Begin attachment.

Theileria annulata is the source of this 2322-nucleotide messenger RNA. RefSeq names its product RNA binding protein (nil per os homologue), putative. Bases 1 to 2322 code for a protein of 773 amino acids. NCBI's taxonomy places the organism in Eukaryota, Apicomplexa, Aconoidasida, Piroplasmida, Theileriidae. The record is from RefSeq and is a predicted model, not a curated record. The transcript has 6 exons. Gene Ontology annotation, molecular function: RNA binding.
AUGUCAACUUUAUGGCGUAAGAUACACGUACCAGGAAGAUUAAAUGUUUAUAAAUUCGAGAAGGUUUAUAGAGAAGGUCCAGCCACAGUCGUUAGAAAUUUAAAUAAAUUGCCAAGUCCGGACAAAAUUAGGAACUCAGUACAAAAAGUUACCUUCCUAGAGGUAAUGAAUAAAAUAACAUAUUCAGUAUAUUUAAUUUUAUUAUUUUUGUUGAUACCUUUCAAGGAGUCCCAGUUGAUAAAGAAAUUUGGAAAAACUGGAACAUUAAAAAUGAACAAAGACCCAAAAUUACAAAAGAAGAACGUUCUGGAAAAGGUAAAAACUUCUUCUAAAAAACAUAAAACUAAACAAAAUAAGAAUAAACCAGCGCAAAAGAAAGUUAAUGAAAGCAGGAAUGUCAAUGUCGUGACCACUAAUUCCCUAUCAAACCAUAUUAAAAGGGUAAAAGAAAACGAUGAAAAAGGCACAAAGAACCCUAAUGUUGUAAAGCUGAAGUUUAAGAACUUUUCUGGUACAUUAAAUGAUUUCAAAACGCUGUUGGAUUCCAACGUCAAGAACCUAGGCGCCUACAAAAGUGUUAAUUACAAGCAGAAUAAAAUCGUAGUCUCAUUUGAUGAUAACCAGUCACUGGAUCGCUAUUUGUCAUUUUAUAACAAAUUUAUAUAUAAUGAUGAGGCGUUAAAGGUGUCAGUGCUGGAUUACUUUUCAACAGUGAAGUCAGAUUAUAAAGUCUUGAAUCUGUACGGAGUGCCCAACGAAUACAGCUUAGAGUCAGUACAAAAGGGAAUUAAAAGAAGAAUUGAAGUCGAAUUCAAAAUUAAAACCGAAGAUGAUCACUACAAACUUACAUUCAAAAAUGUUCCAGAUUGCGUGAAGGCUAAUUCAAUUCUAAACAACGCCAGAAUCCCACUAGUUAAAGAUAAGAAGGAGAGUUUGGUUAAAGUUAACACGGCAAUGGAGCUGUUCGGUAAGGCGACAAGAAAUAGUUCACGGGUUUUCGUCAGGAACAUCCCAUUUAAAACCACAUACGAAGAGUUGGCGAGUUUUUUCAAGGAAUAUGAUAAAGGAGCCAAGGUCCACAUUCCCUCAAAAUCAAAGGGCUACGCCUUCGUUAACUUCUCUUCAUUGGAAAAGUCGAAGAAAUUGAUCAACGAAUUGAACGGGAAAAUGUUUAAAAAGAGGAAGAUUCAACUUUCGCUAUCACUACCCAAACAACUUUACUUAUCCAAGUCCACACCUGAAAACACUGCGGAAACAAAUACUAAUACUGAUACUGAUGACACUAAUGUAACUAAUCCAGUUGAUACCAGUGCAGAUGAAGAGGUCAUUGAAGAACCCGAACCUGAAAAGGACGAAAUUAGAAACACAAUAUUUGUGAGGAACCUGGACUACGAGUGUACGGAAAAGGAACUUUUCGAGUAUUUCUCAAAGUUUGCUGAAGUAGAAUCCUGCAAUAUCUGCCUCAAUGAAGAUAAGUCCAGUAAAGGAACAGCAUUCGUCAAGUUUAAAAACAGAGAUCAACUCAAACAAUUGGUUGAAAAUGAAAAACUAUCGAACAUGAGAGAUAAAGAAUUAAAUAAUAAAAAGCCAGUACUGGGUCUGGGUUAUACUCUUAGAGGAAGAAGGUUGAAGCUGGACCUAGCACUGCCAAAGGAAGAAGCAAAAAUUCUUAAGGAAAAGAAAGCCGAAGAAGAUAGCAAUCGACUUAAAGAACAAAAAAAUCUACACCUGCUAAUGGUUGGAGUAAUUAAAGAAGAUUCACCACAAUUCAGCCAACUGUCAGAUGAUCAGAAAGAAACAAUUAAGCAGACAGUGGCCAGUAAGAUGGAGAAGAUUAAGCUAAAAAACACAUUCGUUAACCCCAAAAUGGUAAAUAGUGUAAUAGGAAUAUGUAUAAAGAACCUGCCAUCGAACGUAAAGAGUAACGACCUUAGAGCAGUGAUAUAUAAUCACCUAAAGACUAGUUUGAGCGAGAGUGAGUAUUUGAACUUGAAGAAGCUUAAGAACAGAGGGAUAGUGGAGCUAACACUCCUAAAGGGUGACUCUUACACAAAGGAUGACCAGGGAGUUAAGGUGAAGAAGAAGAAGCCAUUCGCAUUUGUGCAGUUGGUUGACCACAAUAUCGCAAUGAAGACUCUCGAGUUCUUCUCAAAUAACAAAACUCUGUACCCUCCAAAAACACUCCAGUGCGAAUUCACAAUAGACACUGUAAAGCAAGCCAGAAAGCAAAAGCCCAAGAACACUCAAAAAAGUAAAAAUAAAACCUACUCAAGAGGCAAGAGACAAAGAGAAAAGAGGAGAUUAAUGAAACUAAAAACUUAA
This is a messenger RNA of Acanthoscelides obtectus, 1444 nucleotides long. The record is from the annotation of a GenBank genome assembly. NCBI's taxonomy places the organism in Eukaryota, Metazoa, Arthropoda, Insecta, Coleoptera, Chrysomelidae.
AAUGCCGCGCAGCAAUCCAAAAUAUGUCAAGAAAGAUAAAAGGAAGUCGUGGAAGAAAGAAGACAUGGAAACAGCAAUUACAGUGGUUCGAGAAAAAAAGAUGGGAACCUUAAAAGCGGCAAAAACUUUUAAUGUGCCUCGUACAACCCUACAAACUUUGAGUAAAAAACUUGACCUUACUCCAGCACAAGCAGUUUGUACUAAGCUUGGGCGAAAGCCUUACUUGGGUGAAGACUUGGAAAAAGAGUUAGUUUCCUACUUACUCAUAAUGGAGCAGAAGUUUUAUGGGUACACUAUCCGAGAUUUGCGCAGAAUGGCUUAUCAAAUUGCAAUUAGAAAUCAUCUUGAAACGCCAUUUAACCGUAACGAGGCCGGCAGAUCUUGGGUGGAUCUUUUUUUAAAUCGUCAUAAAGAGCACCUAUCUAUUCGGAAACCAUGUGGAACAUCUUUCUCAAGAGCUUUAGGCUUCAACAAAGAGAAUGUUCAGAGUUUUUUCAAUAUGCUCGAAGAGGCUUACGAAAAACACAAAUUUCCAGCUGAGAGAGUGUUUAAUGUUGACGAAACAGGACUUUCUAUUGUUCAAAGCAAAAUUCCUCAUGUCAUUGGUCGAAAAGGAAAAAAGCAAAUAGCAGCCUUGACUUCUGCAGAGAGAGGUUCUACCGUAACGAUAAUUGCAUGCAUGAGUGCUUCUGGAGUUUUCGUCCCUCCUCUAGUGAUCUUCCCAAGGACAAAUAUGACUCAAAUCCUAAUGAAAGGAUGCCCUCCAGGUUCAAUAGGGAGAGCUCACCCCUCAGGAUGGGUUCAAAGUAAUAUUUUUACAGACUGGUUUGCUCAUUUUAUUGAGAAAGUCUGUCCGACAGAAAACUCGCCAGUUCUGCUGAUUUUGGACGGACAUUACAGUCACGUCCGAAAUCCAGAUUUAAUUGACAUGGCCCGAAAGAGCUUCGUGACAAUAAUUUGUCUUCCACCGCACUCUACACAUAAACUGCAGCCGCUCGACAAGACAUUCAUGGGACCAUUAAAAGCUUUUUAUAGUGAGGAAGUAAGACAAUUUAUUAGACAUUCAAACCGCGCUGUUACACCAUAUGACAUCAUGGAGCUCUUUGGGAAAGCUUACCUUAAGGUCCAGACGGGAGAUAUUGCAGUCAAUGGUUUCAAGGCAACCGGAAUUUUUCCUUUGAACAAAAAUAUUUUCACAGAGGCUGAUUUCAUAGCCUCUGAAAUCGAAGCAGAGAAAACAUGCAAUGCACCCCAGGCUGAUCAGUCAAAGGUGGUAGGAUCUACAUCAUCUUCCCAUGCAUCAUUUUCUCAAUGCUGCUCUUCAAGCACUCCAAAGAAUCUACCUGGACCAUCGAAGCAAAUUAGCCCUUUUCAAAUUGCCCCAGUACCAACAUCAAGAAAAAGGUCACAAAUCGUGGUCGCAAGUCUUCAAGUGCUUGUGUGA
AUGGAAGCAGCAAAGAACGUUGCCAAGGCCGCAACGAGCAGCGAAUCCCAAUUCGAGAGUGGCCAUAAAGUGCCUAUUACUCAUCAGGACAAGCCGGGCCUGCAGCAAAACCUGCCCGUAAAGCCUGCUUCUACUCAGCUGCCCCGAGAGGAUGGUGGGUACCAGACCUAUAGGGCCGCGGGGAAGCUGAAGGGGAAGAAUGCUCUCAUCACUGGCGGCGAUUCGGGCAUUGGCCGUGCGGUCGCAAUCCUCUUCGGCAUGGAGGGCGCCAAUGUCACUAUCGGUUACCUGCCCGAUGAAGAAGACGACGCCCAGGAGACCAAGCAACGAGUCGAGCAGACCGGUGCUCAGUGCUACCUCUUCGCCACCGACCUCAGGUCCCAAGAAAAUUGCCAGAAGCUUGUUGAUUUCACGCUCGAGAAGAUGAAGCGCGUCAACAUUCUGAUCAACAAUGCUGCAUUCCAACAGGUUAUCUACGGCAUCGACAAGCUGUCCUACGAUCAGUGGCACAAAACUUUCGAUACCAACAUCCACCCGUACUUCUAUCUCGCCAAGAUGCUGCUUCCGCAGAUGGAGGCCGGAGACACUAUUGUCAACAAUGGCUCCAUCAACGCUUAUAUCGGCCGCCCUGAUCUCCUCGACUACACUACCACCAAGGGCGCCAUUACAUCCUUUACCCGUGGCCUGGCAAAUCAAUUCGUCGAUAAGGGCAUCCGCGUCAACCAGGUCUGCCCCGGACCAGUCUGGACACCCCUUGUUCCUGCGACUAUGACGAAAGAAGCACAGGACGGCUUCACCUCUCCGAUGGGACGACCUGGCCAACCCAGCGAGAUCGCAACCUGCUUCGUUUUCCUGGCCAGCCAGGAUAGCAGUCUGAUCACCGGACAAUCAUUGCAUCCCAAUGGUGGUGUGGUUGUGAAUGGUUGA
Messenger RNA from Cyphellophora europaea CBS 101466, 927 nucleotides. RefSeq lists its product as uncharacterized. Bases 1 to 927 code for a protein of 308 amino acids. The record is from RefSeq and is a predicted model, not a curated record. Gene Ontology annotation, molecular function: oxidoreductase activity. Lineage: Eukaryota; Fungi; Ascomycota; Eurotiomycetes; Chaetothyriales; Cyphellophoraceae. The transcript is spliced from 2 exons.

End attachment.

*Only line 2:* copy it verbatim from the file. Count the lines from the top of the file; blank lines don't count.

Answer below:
AUGUCAACUUUAUGGCGUAAGAUACACGUACCAGGAAGAUUAAAUGUUUAUAAAUUCGAGAAGGUUUAUAGAGAAGGUCCAGCCACAGUCGUUAGAAAUUUAAAUAAAUUGCCAAGUCCGGACAAAAUUAGGAACUCAGUACAAAAAGUUACCUUCCUAGAGGUAAUGAAUAAAAUAACAUAUUCAGUAUAUUUAAUUUUAUUAUUUUUGUUGAUACCUUUCAAGGAGUCCCAGUUGAUAAAGAAAUUUGGAAAAACUGGAACAUUAAAAAUGAACAAAGACCCAAAAUUACAAAAGAAGAACGUUCUGGAAAAGGUAAAAACUUCUUCUAAAAAACAUAAAACUAAACAAAAUAAGAAUAAACCAGCGCAAAAGAAAGUUAAUGAAAGCAGGAAUGUCAAUGUCGUGACCACUAAUUCCCUAUCAAACCAUAUUAAAAGGGUAAAAGAAAACGAUGAAAAAGGCACAAAGAACCCUAAUGUUGUAAAGCUGAAGUUUAAGAACUUUUCUGGUACAUUAAAUGAUUUCAAAACGCUGUUGGAUUCCAACGUCAAGAACCUAGGCGCCUACAAAAGUGUUAAUUACAAGCAGAAUAAAAUCGUAGUCUCAUUUGAUGAUAACCAGUCACUGGAUCGCUAUUUGUCAUUUUAUAACAAAUUUAUAUAUAAUGAUGAGGCGUUAAAGGUGUCAGUGCUGGAUUACUUUUCAACAGUGAAGUCAGAUUAUAAAGUCUUGAAUCUGUACGGAGUGCCCAACGAAUACAGCUUAGAGUCAGUACAAAAGGGAAUUAAAAGAAGAAUUGAAGUCGAAUUCAAAAUUAAAACCGAAGAUGAUCACUACAAACUUACAUUCAAAAAUGUUCCAGAUUGCGUGAAGGCUAAUUCAAUUCUAAACAACGCCAGAAUCCCACUAGUUAAAGAUAAGAAGGAGAGUUUGGUUAAAGUUAACACGGCAAUGGAGCUGUUCGGUAAGGCGACAAGAAAUAGUUCACGGGUUUUCGUCAGGAACAUCCCAUUUAAAACCACAUACGAAGAGUUGGCGAGUUUUUUCAAGGAAUAUGAUAAAGGAGCCAAGGUCCACAUUCCCUCAAAAUCAAAGGGCUACGCCUUCGUUAACUUCUCUUCAUUGGAAAAGUCGAAGAAAUUGAUCAACGAAUUGAACGGGAAAAUGUUUAAAAAGAGGAAGAUUCAACUUUCGCUAUCACUACCCAAACAACUUUACUUAUCCAAGUCCACACCUGAAAACACUGCGGAAACAAAUACUAAUACUGAUACUGAUGACACUAAUGUAACUAAUCCAGUUGAUACCAGUGCAGAUGAAGAGGUCAUUGAAGAACCCGAACCUGAAAAGGACGAAAUUAGAAACACAAUAUUUGUGAGGAACCUGGACUACGAGUGUACGGAAAAGGAACUUUUCGAGUAUUUCUCAAAGUUUGCUGAAGUAGAAUCCUGCAAUAUCUGCCUCAAUGAAGAUAAGUCCAGUAAAGGAACAGCAUUCGUCAAGUUUAAAAACAGAGAUCAACUCAAACAAUUGGUUGAAAAUGAAAAACUAUCGAACAUGAGAGAUAAAGAAUUAAAUAAUAAAAAGCCAGUACUGGGUCUGGGUUAUACUCUUAGAGGAAGAAGGUUGAAGCUGGACCUAGCACUGCCAAAGGAAGAAGCAAAAAUUCUUAAGGAAAAGAAAGCCGAAGAAGAUAGCAAUCGACUUAAAGAACAAAAAAAUCUACACCUGCUAAUGGUUGGAGUAAUUAAAGAAGAUUCACCACAAUUCAGCCAACUGUCAGAUGAUCAGAAAGAAACAAUUAAGCAGACAGUGGCCAGUAAGAUGGAGAAGAUUAAGCUAAAAAACACAUUCGUUAACCCCAAAAUGGUAAAUAGUGUAAUAGGAAUAUGUAUAAAGAACCUGCCAUCGAACGUAAAGAGUAACGACCUUAGAGCAGUGAUAUAUAAUCACCUAAAGACUAGUUUGAGCGAGAGUGAGUAUUUGAACUUGAAGAAGCUUAAGAACAGAGGGAUAGUGGAGCUAACACUCCUAAAGGGUGACUCUUACACAAAGGAUGACCAGGGAGUUAAGGUGAAGAAGAAGAAGCCAUUCGCAUUUGUGCAGUUGGUUGACCACAAUAUCGCAAUGAAGACUCUCGAGUUCUUCUCAAAUAACAAAACUCUGUACCCUCCAAAAACACUCCAGUGCGAAUUCACAAUAGACACUGUAAAGCAAGCCAGAAAGCAAAAGCCCAAGAACACUCAAAAAAGUAAAAAUAAAACCUACUCAAGAGGCAAGAGACAAAGAGAAAAGAGGAGAUUAAUGAAACUAAAAACUUAA